The Independent National Electoral Commission has declared Gboyega Oyetola, the candidate of the All Progressives Congress, as the Governor-elect of Osun State. After collating results from the supplementary election which held in seven polling units across four council areas on Thursday, the returning officer, Prof. Joseph Fuwape, declared that the APC candidate, Alhadji Gboyega Oyetola,
The Independent National Electoral Commission has declared Gboyega Oyetola, the candidate of the All Progressives Congress, as the Governor-elect of Osun State.
After collating results from the supplementary election which held in seven polling units across four council areas on Thursday, the returning officer, Prof. Joseph Fuwape, declared that the APC candidate, Alhadji Gboyega Oyetola, won the governorship election by scoring a total of 255,505 votes while Senator Ademola Adeleke of the PDP polled 255,023 votes.
The supplementary election was, however, described as falling below standard by many observer organisations and diplomatic missions, who pointed out shortcomings such as violence and over militarization of the election venues.
The INEC announced final result has also been rejected by Senator Adeleke who came second, his political party, the PDP, and the Coalition of United Political Parties, among others. Before the supplementary election, Adeleke had a lead with 353 votes.
At the final collation of results in Osogbo, the PDP agent, Mr. Dele Adeleke made attempts to revisit “observed errors” in some of the previously collated results leading to a short-change of his candidate’s votes in some of the local council areas.
The PDP in its rejection of the result noted that the actual margin of win against Oyetola of APC in the first election was 4,740 and not 353 as announced by INEC. The party said that INEC added 2,000 votes to what the APC polled in Osogbo and 1,387 to what it scored in Olorunda. The PDP also alleged that 1,000 votes were deducted from what Adeleke scored in the Ayedaade council area.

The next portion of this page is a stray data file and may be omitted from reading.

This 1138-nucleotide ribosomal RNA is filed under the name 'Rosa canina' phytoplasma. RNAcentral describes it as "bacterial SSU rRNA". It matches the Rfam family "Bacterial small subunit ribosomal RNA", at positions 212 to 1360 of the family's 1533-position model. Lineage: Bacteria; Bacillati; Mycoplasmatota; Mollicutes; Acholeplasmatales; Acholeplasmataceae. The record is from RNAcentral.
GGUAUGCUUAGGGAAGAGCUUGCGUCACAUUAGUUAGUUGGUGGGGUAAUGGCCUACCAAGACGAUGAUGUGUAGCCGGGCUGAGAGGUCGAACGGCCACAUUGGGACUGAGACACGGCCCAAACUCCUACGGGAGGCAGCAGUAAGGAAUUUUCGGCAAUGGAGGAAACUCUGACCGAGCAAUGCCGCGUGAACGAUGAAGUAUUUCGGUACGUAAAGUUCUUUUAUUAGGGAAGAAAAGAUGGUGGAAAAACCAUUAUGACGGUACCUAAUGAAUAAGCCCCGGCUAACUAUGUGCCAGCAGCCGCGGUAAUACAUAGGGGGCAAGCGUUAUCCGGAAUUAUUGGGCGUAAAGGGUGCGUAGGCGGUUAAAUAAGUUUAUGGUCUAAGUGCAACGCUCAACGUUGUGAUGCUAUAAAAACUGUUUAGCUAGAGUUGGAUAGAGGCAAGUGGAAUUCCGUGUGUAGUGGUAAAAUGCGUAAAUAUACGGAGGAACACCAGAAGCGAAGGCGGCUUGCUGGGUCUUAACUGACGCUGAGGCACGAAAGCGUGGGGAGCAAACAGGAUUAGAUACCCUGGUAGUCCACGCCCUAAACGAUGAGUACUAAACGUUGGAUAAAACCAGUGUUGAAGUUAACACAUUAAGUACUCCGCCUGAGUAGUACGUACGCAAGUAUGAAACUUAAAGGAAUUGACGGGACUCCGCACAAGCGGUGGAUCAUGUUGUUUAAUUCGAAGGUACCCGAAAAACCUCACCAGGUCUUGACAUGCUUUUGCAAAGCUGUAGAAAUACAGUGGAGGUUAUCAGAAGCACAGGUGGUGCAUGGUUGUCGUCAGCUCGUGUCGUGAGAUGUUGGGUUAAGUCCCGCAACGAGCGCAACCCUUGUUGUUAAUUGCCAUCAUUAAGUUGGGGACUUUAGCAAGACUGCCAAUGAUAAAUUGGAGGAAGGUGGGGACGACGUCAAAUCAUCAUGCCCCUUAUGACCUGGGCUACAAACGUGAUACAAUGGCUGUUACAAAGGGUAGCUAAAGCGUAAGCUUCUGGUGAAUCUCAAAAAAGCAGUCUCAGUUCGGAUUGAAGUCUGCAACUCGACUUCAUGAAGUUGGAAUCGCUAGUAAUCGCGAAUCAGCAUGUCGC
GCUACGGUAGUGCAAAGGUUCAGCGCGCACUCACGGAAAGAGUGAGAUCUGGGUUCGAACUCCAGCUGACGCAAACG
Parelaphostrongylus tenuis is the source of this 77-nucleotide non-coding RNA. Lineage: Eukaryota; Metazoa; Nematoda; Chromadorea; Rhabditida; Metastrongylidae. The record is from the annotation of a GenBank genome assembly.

Some agents of the other political parties, however, resisted every attempt to revisit the previously announced results urging whoever feels aggrieved to advance to the next stage which is the Election Tribunal. The Agents also said the supplementary election went smoothly without violence and therefore credible and acceptable to them.
The United States Consul General in Lagos, Mr. John Bray, who monitored the election in Osogbo describe the process as credible. He said he did not observe any malpractices or violations of the Electoral Act in Unit 17, Ward 5, of Osogbo where the supplementary election took place. He, however, said he would not be in a position to comment on what was going on in other units where election was taking place.
But in another joint reaction by the European Union, United Kingdom and the United States, they collectively agreed there was intimidation during the exercise.
The Civil Society Situation Room in a statement observed that “the election was heavily policed and other security personnel including the Army, overwhelmingly deployed across the seven polling units”. It said: “observers reported incidences of violence and gunshots and attacks against opposing political sides with supporters of a particular party being prevented from voting.
“In a polling unit, the smart card reader did not verify some PVCs and yet ballot papers were issued and votes allowed to be cast. There were reports of agents with large sums of money apprehended around the polling units and alleged fake observers”
The Situation Room concluded that “it is clear that the circumstances that led to the cancellation of the elections in the seven polling units where the elections were re-run including violence, also repeated themselves in most of this election, raising questions on why the results were obtained under these conditions should now stand”
On its part, the Centre for Democracy and Development (CDD) in a statement said it has “carefully observed the governorship rerun election in Osun state with a conclusion that the conduct of some key stakeholders clearly ran contrary to democratic norms and standards , as well as best practices in the conduct of credible elections”